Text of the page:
• Don’t drink so much. I don’t drink anymore, but have drunk enough for a lifetime before I quit fifteen years ago. You would be amazed at how much you save, plus the better health pays dividends. My last straw was a friend who died at age 59 because of alcoholism. I can tell most people drink more than they tell people. So, find ways to cut it back. Trust me, I know.

That is all I have for now. I hope this was useful. I am sorry about the preaching on the last item, but that is a big-ticket savings item. I welcome other ideas as I want to learn how to save more as well. Please provide additional suggestions below.

Price elasticity and inelasticity

These are some interesting words, but what do they mean? They have several related definitions in economics, but in one context, price elasticity means prices are more readily changed by the seller. Price inelasticity means the opposite, prices are changed less easily.*

In our current inflationary economy, much of it has been fueled by supply shortages due to the pandemic and tariffs, as well as some other factors (gas prices go up every summer because of industry maintenance and increased demand, eg.). But, some people have noted there are a few sellers, retailers, etc. who seemingly have raised prices beyond what is needed.

Using the above terms, price setting by sellers tends to be more upward elastic. Sellers will more easily change the price upward when the market supply drops, more so than the market would dictate. This adds to the inflationary push. Yet, when the market supply catches up, the sellers are slower to adjust prices down, hence the term price inelasticity can be used.

In its worst form, the upward price elasticity is sometimes referred to as gouging. A hurricane knocks out all the power, so stores raise the price of bags of ice and bottled water. Retailers in an inflationary market would be foolish to gouge people, yet there are some who have added to their margins on the backs of customers. On the flip side, there will be those that milk the higher prices as the prices should fall, to get every last drop of extra margin.

People should remember who these retailers are. Some have been so blatant in price increases they find their names in news stories. So, my strong advice is to vote with your feet and shop elsewhere. My wife and I use a term that a seller is “proud of their services and products” when we see consistently higher prices. If they do this, people better be getting some darn good service or much higher in quality goods.

Two final pieces of advice. First, alter your demand. If gas prices are higher, drive less and walk more. Bundle your errands more, as well, to reduce travel costs. Second, if you have not tried generic or store products, now is the time. It is funny, people have grown accustomed to using generic prescription medicine as the brand costs are so high, but are reluctant to do so on store brands of food, trash bags, over the counter medicines, etc.  There is no better time to try the lesser priced products than in an inflationary market.

Shoppers tend to know when prices are too far out of line. The best thing they can do is to tell the store manager he or she is forcing the shopper to look elsewhere. No words will be more chilling to a manager than that. Then follow through.

*Note: I am not an economist, so please do not presume the above is any more than from  someone who had economic classes in college, much of which I have forgotten.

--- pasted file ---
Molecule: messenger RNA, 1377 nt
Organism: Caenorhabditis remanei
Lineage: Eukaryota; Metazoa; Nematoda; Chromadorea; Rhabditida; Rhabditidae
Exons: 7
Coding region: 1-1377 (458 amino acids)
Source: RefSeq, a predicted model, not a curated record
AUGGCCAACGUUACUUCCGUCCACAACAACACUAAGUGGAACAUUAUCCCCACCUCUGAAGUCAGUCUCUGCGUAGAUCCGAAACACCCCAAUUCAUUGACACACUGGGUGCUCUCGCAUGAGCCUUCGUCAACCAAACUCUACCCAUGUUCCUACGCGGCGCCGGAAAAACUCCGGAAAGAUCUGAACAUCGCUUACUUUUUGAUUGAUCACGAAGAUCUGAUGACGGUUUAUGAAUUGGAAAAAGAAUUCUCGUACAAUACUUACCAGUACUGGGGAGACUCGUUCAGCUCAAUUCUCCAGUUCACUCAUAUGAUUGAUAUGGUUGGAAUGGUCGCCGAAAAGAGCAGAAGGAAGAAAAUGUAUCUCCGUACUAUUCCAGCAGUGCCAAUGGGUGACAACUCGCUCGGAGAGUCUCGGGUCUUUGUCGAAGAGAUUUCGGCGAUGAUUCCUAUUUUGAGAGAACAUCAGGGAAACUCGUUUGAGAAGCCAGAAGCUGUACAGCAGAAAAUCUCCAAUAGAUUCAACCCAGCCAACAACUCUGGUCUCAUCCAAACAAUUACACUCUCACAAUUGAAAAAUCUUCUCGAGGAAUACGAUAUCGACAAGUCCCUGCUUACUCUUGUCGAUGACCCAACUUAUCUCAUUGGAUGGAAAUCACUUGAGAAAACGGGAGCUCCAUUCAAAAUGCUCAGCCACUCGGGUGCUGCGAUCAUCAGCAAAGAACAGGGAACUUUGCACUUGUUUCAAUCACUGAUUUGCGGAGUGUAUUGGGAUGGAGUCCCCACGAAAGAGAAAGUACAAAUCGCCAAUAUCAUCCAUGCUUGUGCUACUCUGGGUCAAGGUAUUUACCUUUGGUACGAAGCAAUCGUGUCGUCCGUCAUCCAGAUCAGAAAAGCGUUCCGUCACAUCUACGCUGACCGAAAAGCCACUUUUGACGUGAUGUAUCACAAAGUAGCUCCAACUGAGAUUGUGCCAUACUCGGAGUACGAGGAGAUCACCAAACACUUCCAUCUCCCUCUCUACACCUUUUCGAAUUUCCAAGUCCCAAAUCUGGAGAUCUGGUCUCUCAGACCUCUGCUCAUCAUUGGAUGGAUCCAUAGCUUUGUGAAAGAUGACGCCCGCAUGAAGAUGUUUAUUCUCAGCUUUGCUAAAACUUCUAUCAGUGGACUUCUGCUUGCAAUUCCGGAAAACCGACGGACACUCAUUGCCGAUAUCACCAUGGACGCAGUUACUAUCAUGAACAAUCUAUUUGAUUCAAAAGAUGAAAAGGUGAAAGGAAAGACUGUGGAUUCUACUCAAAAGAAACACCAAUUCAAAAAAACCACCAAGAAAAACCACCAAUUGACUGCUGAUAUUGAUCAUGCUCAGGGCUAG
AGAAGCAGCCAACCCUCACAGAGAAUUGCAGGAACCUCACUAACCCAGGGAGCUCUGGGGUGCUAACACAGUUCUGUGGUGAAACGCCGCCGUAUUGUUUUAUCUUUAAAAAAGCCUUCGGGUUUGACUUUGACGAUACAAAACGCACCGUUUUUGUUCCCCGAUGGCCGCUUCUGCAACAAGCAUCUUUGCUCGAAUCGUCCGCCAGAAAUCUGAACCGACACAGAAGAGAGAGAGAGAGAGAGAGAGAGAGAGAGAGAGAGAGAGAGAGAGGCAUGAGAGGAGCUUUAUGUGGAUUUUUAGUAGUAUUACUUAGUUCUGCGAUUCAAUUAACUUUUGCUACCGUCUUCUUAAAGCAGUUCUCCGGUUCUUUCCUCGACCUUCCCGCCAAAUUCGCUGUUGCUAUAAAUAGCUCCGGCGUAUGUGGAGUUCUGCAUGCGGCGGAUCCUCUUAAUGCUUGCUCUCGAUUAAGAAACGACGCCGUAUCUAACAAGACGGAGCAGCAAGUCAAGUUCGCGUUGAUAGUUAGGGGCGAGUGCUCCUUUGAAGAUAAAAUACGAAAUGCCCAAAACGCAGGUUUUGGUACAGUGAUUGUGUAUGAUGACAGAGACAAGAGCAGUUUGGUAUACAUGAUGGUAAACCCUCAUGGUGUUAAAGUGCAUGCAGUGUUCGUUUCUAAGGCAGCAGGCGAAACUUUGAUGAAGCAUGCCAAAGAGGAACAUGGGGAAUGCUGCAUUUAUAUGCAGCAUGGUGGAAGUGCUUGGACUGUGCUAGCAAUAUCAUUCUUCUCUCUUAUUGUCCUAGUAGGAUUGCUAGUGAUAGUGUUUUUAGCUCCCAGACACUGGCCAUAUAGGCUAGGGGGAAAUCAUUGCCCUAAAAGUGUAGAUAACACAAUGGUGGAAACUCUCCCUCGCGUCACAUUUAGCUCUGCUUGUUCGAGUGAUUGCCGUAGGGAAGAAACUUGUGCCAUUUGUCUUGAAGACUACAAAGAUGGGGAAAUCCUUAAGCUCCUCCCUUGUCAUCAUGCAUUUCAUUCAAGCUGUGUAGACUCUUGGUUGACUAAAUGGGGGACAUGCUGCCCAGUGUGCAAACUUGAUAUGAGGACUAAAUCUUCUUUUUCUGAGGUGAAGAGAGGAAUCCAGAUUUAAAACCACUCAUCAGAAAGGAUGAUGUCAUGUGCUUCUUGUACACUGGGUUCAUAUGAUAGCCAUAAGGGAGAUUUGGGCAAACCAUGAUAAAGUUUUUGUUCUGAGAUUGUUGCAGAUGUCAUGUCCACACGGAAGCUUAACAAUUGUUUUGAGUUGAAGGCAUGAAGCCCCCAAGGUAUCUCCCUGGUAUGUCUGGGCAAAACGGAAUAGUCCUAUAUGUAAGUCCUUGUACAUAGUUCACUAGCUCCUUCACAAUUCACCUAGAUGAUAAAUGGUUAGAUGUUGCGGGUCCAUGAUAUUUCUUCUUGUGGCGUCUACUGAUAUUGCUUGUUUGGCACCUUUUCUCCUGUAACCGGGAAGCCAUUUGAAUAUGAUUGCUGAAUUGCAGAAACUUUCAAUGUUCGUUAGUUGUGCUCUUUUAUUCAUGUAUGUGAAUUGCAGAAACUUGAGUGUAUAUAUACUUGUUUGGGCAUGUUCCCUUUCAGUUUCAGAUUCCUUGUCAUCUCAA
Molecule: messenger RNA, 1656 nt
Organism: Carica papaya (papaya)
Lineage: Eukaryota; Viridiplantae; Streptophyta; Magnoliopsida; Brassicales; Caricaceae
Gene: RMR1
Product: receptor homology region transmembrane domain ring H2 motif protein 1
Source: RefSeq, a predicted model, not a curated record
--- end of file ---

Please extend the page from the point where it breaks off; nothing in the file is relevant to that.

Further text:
Mental health spending on the rise

From a recent article in Benefits Pro, which is a recurring newsletter for benefit professionals:

“Overall spending on mental health services increased from 6.8% to 8.2% between 2013 and 2020, according to a new study published by the Employee Benefit Research Institute (EBRI).

Approximately 1 in 5 adults and 1 in 6 youth experience mental illness each year, and these rates have been rising,’ Paul Fronstin, director of EBRI’s Health Benefits Research and co-author of the study, says in a statement. ‘Over 20 million Americans have a substance use disorder.

The COVID-19 pandemic has exacerbated mental health issues nationally and in the workplace. With increases in both the number of individuals diagnosed with mental health disorders and use of health care services, higher spending is of great concern to plan sponsors of health benefit programs.'”

This trend has been supported by other sources of information, especially as it relates to the impact from the pandemic. When I traveled around with a Behavioral Psychologist who would help our corporate clients set-up mental health programs around depression and obesity management, mental wellness help-lines, etc., she would cite a statistic that 1 in 5 adults would have some form of depression in their lifetime. That is now a dated statistic, as the above surveys cites 1 in 5 per year.

Her main thrust is people who are battling depression to any degree should get counseling. She hated to see anti-depression medicine prescribed by general practitioners, as that just helped with the depression not get at the cause and management. If you know of anyone who is experiencing depression, please encourage them to seek counseling.

There is no shame in getting help from someone qualified to give it. This also goes for other disorders that someone might be dealing with – substance abuse, anxiety, paranoia, OCD, schizoid personality disorder, PTSD, etc. It is not uncommon for someone to have multiple diagnoses. And, I include PTSD, as one need not be in battle to experience post-traumatic stress disorder, as homeless mothers and kids or victims of domestic violence will tend to have PTSD issues as well.